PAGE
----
“We need the tonic of wildness…At the same time that we are earnest to explore and learn all things, we require that all things be mysterious and unexplorable, that land and sea be indefinitely wild, unsurveyed and unfathomed by us because unfathomable. We can never have enough of nature.” — Henry David Thoreau
There isn’t a day that goes by where we don’t hear of some human rights issue — slavery, human trafficking, FGM, freedom of speech, hate crimes. Frankly, where we’re concerned, the list is endless.
As a former lawyer, and someone who would always fight for the underdog (not very often in the human rights space mind you), it will take a brave person to tell me that as a race we don’t need rights to ensure equality, fairness, respect and of course, most fundamentally, the right to life.
But and it’s a very guilt-ridden but, until recently I’ve never given much thought to a law that protects nature, i.e. mother earth.
Yes, you heard me correct: “Who the hell is standing up for the animals, the plants, the oceans, the atmosphere and everything that gives us life”?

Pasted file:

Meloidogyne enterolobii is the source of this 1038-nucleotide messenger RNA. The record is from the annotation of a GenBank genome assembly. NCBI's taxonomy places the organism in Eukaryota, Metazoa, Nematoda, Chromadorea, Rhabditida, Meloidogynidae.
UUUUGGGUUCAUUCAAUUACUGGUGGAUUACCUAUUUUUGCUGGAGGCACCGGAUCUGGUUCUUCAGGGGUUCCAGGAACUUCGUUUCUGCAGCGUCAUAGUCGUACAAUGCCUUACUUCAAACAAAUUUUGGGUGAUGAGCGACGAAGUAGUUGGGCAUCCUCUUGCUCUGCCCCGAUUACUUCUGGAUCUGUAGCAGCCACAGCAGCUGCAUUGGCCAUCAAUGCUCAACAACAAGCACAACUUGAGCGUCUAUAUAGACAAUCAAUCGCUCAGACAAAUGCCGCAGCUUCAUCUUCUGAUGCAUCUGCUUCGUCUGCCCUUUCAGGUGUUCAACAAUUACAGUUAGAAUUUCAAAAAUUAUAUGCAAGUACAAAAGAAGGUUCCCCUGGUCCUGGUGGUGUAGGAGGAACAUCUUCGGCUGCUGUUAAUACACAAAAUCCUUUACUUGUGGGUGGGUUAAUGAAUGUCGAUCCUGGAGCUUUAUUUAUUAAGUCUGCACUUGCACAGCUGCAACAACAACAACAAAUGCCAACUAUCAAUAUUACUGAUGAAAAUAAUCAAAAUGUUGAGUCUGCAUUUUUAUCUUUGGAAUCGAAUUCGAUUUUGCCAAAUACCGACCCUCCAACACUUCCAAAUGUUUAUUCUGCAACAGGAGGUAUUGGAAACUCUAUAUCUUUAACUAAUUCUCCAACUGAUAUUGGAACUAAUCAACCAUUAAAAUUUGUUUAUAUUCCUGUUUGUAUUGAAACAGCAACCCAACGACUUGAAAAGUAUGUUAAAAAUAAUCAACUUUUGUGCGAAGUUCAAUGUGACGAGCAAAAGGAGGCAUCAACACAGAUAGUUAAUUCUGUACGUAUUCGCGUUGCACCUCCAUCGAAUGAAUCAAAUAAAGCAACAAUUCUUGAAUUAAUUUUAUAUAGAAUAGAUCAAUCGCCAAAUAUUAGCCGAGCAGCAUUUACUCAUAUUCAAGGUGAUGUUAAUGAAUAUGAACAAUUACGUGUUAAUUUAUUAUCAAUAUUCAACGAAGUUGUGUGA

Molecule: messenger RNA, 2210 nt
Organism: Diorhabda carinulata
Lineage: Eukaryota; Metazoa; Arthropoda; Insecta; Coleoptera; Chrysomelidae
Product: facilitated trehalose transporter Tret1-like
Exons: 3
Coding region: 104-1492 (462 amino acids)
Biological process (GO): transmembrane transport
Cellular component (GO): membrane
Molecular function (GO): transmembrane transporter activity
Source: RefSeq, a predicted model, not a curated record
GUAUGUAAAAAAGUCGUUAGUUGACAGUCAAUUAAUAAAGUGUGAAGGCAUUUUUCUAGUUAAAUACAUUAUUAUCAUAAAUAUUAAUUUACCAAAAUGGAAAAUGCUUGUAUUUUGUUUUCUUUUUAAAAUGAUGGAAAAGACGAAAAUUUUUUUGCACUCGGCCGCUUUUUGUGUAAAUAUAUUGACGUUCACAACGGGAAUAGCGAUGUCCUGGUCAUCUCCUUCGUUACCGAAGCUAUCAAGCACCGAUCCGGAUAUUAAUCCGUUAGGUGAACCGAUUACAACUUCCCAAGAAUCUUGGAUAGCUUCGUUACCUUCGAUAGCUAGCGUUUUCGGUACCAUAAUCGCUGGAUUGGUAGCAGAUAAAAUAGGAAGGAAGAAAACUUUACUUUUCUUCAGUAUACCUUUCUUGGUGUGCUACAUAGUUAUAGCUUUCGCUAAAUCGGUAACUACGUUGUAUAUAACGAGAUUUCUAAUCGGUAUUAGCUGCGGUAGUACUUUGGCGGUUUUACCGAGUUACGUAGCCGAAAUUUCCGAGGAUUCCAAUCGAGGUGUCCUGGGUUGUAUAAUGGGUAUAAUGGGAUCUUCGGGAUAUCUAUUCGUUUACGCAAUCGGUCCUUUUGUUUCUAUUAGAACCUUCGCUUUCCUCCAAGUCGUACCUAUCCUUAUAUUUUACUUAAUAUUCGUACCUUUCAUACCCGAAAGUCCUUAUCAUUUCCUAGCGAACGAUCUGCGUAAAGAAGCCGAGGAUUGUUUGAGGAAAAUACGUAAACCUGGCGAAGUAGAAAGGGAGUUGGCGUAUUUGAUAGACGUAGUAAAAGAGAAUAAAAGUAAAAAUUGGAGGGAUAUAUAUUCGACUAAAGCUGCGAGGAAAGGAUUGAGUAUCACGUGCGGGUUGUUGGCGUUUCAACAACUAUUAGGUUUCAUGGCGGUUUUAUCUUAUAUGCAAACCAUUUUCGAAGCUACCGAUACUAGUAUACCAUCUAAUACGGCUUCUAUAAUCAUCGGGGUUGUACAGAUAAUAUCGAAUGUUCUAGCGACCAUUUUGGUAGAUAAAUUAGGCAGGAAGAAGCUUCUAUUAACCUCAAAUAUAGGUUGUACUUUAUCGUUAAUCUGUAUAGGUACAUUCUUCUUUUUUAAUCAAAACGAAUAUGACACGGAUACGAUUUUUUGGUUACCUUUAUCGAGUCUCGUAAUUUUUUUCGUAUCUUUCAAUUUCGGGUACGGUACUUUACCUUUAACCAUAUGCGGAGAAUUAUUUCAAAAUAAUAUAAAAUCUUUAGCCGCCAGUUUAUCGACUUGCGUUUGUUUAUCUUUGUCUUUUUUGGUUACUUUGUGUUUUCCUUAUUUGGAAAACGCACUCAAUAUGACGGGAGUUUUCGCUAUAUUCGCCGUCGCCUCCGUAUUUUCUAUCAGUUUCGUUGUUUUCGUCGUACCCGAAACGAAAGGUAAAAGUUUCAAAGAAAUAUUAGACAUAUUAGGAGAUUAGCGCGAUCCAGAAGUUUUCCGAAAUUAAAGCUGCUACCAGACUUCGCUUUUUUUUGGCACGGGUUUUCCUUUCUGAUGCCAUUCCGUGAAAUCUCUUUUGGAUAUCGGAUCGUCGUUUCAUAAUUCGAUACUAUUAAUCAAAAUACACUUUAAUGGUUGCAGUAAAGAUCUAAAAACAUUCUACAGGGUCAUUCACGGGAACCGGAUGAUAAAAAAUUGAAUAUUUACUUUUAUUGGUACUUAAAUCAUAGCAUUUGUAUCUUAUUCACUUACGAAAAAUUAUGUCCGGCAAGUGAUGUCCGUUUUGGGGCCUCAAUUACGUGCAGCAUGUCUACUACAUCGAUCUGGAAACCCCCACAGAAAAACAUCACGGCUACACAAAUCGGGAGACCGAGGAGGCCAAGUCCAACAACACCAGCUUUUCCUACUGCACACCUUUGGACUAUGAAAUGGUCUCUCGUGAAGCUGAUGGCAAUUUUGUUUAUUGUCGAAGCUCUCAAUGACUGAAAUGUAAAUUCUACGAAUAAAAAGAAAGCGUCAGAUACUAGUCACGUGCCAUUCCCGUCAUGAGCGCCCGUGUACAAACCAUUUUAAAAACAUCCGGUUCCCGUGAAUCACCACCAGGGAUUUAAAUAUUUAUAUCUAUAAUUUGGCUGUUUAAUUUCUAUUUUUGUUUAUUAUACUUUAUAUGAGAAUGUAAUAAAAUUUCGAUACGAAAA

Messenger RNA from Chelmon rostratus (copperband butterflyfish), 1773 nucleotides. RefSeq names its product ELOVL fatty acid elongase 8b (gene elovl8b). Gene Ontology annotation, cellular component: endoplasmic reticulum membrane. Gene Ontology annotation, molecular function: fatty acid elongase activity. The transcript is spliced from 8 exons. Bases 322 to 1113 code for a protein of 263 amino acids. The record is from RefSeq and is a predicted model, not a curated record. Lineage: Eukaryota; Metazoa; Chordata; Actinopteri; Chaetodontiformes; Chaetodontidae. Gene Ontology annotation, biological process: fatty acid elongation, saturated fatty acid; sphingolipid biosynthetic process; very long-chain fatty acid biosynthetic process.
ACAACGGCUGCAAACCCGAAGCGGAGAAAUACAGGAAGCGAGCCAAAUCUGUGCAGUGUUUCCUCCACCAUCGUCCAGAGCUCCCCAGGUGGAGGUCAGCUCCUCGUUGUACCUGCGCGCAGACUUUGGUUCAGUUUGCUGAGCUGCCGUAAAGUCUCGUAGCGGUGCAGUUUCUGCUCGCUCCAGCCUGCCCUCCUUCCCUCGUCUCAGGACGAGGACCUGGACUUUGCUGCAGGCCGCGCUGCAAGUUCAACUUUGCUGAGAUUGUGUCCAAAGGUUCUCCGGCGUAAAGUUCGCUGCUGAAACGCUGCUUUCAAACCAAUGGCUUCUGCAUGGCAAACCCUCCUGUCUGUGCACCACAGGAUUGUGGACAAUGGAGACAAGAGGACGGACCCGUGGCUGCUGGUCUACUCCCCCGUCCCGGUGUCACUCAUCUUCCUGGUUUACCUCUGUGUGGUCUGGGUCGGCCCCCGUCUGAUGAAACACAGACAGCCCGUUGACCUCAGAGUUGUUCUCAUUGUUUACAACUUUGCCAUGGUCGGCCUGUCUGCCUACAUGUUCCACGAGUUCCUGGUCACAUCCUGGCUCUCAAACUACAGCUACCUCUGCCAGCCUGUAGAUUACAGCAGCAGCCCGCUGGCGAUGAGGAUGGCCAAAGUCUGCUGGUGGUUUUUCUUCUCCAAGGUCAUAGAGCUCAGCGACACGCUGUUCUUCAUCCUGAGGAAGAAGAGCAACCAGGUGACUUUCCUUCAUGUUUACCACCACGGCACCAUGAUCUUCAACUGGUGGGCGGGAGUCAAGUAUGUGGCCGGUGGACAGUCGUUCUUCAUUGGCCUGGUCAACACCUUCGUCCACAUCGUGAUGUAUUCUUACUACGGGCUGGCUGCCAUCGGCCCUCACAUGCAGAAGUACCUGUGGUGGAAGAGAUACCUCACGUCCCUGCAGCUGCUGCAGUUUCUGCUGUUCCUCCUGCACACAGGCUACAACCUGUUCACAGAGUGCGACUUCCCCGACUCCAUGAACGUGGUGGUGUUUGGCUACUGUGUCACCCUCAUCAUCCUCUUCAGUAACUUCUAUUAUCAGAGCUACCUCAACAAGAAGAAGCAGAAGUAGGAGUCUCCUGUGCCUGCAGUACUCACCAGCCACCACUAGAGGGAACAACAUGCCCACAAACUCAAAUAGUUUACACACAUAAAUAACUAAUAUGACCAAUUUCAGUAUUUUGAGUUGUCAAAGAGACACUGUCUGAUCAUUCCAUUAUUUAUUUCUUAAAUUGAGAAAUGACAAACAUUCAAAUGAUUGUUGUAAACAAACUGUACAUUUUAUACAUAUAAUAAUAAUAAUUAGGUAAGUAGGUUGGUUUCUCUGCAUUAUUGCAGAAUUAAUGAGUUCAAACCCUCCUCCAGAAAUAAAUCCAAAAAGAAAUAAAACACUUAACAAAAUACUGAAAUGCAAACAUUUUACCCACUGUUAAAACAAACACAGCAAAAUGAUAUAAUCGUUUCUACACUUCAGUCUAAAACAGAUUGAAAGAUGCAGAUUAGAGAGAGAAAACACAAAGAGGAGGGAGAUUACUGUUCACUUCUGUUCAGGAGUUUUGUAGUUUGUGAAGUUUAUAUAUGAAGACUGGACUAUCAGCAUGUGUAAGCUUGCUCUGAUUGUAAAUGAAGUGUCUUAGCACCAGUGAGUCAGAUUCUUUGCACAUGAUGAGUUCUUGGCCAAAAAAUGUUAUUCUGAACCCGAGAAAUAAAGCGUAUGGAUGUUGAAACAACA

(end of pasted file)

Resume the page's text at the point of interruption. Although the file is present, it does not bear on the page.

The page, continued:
Be honest, I bet you’ve never thought of it that way for if you had, you’d have to find more than a cogent reason to argue your way out of the degradation, wanton destruction and ignorance that’s given rise to mass slaughter of wild animals, unparalleled pollution of the atmosphere and unlimited use of the world’s natural resources.
At least one country has had the foresight to enact a law that gives “a collective subject of public interest [to mother earth]” and Polly Higgins has also introduced the law of ecocide but, frankly, that’s insignificant set against what’s happening globally.
My point though is a simple one; namely, why do we value human rights over the rights of the earth, especially when absent a safe, plentiful and clean planet we wouldn’t (or won’t) exist?
Perhaps it is that the industrial paradigm has so separated us from our connection with nature that we don’t see or feel our interconnectedness but unless we want to hasten our demise, we all have a responsibility to do more to protect nature be that in consuming less or supporting a just cause in this country or overseas and taking action where appropriate. To be clear, I’m not suggesting that nature’s rights sit at a higher level to human rights but we have to recognise “…that human life cannot exist outside of nature” (see Law of Mother Earth of Bolivia).
To my way of thinking, if every country was prepared to enact a law to protect nature or mother earth (the Environmental Protection Act 1990 is not the answer!), I’m absolutely convinced that it would change more than just the statute book.